roygunnelsClair-obscur, or “Chiaroscuro” in the Italian, is a passion of mine…it fits my personality I think…As a photojournalist or documentary photographer your work has to be literal, I see so many photographers describe themselves as “storytellers”, and I sometimes wonder how literal their work really is.  So, after returning from living in the Middle East, I first began the documentary project “Texas Gothic: Where The Wild Things Are”, which has grown to become much more than what I first anticipated or envisoned with the original “biker” series, “Outlaw In Texas”.
I’ve described my experience working with my model in other blog posts, so just as a reminder, we worked on six shoots together over a period of seven months.  Also at the beginning I had acquired new processing software, so during the past two years I’ve become adept at using it, “skillful” I think, and more importantly, I have refined my aesthetics towards the work with her, what I want to show, the feelings and emotions I want to emphasize…I have processed selections in clair-obscur and just recently begun processing some as impressionistic.  I like the idea of not being “literal”, of having the viewer participate in interpreting the image, the emotions, the models or my own, or both of us, as well as what I desire for them to take away from it.  I think that can be the adventure in viewing a fine-art photograph of this style!
I would also like to do more low-light, grainy work, for the same reason, it doesn’t explain everything, it requires the viewer to use their imagination, to either interpret the image or to accept the delicious mystery of it…RG

“Photographing poverty…”

#RoyGunnels (60) - CopyToday I received a comment on an image I had posted on LinkedIn, well, a rather vociferous and emotional criticism.  The image itself was taken in Cairo, Egypt, and a part of my major documentary of Muiz Street.  It shows what is apparently a homeless man sleeping on a stone wall.  Now, if you have read my blog you know that I choose very carefully what images I show publicly, or what images I even keep, but the struggles in life are evident to all of us, and if I am to show a fair representation of what I “see” and “experience” in a country, then that becomes part of it.  The majority of images I show from my years in the Middle East and East Africa reflect courage, perseverance and beauty I believe, and yet that is not all I have seen, nor all I show.  I choose a balance of images based on my personal experience. I am not a social worker, I do not have an agenda other then to reflect what I see in a fair and balanced way.
Now, the person who criticized me is an “international artist”, who frequently posts pictures that all look like stills from a Disney movie fairytale, bright colors that do not exist in nature, scenes of tranquility that do not exist in the world we live in! So, if that appeals to you, that kind of escapist image, and it seems that it does to many, then i’m happy for you, but don’t criticize my work for jostling you out of your dream for a few minutes. Another person left a comment on the picture today, “Sad”, and for fear of being flippant my answer to them was “It’s a sad world…”.  In every country I have worked when assembling the images into a visual narrative for publication, I always accentuate the beauty that I have seen, but there is a contrast to that which exists all over the world, poverty, homelessness, mental illness, etc, and it is my responsibility and my choice to fairly show that as well.  RG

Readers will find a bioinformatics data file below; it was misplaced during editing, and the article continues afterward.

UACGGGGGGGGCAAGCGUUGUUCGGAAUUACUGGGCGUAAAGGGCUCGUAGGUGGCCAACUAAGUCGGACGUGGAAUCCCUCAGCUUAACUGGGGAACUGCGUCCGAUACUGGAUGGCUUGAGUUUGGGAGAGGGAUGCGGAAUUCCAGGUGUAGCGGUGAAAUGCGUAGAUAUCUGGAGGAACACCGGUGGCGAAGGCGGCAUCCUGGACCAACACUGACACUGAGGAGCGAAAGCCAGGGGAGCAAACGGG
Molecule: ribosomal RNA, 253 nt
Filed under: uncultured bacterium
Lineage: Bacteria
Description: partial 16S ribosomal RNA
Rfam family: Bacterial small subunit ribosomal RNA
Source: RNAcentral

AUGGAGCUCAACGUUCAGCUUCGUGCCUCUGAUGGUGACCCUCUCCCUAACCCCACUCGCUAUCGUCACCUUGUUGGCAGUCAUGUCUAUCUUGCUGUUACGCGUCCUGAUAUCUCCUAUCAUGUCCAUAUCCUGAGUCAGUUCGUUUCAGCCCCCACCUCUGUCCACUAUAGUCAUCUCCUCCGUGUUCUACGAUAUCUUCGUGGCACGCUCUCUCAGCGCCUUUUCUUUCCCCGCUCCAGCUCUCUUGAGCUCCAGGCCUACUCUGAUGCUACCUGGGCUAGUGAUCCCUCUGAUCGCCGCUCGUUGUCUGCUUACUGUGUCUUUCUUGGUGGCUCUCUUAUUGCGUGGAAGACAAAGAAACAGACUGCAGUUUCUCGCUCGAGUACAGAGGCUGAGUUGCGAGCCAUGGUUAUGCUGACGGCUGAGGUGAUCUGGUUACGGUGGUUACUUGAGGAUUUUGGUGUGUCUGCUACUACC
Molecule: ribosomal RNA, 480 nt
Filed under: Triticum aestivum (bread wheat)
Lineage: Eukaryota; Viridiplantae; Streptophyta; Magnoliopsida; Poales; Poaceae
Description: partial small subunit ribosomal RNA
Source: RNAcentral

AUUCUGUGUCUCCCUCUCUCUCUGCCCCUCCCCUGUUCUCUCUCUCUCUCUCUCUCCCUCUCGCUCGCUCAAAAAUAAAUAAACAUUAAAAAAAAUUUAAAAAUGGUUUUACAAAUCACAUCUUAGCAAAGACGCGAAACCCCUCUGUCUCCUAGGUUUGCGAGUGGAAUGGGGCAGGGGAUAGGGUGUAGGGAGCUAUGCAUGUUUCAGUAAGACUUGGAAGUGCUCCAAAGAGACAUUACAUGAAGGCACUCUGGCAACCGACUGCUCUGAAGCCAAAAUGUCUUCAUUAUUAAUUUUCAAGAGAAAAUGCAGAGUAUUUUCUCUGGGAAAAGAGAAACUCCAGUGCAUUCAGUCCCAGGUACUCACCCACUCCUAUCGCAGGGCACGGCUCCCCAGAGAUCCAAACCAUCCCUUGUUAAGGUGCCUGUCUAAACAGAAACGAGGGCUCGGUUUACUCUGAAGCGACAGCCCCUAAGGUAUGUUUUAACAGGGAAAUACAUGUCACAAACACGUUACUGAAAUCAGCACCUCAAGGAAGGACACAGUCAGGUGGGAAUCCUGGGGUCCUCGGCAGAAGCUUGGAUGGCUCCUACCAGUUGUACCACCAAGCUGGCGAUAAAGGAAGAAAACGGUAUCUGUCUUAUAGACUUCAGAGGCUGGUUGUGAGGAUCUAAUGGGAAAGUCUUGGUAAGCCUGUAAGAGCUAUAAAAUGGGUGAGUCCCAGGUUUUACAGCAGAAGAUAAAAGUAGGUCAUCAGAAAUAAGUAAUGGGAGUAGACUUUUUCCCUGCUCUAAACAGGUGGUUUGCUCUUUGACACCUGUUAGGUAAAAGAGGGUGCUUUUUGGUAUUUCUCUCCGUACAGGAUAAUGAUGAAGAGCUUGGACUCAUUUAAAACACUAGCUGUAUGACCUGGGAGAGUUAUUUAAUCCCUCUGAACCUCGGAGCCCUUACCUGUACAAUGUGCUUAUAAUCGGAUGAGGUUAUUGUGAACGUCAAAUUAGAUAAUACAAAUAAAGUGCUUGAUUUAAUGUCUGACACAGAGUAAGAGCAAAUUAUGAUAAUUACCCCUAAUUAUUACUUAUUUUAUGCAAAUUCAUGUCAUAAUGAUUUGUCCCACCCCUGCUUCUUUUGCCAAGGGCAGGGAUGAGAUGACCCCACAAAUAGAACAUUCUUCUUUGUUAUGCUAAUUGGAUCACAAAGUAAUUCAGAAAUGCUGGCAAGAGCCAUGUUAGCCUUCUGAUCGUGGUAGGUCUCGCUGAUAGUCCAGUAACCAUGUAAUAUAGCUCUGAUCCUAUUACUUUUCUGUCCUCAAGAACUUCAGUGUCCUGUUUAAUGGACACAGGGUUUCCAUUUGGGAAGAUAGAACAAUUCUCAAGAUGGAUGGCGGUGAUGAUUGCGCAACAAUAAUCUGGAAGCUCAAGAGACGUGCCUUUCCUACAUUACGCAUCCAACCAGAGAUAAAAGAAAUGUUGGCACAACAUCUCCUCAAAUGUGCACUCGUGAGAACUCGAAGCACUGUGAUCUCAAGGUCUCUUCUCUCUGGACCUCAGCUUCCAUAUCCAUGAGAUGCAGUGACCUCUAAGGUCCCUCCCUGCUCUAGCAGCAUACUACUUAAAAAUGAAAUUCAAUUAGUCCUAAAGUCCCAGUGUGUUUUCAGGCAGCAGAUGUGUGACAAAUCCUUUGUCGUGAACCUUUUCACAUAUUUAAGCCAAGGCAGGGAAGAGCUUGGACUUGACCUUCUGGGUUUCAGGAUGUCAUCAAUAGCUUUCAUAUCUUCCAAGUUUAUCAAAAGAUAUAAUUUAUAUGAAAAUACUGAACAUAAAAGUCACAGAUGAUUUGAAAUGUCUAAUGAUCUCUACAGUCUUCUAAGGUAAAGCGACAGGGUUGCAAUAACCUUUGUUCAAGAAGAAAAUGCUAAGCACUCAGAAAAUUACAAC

*The image is entitled “Sleeping On The Serpent’s Back”, from the photo-documentary, “Muiz: A Pastiche Of The Street”


#RoyGunnels #RoyGunnelsPhotography (17) - CopyI was processing an image tonight, one from Ethiopia, an image I have processed and posted before, but wanted to take another look at it, see if I could coax some more out of the image, see what had changed in me that would be reflected in how I presented it.  I had entitled my series from Ethiopia “Hearts of Gondor”, but really, it is “Faces of Gondor” to me, because each face I see in the images I’ve taken all over the world reflect a “heart” to me, a person, someone I do not know and yet captured their image.  Some of them were angry, some frightened, or happy, or indifferent, some in pain…most of those things are usually hidden from the camera, of course.
My last post I mentioned shooting portraits, it’s all about faces to me, I love shooting them and not sure why.  At this point in my life I am not interested in introspection, it is what it is, I am who I am, my work really speaks for itself, and I am not sure how comfortable I am sharing my feelings about it, but I continue to do so here.  You know, I never read a blog entry after I have posted it, for fear I might be tempted to edit it, or even delete it.  I like expressing myself in a raw, unedited way about my work because it’s real, there is no agenda guiding my posts, other then to be completely free expressing my feelings about it.
In Egypt I was shooting “scenes”, I spent years walking Muiz Street and it was the vitality of the street, the interactions, shopkeepers working or people talking, I was looking for that part of vivid humanity that gave that street it’s character, and had before Medieval times. I regret I didn’t focus more on the faces of Muiz…I don’t compose my work now the way I did then, I shoot close now, I want to see a person, a face, in detail, intimately, I want my camera to really see things, to capture the beauty, the intimacy, of the person I am photographing! I do think portraits are invasive, they are powerful expressions of who a person is, they cannot show the heart, but perhaps they can show just a part of it, a twinkle or a blink or a sigh…If my camera shows one small detail of truth about who a person is, truly, it is an amazing thing to me, and gives me great satisfaction.
I just felt like writing about faces tonight, I’ve been thinking about it for several days, what I am really trying to do with my portraits, the emotion and effort and hope that I put into them…god I love being a photographer!  RG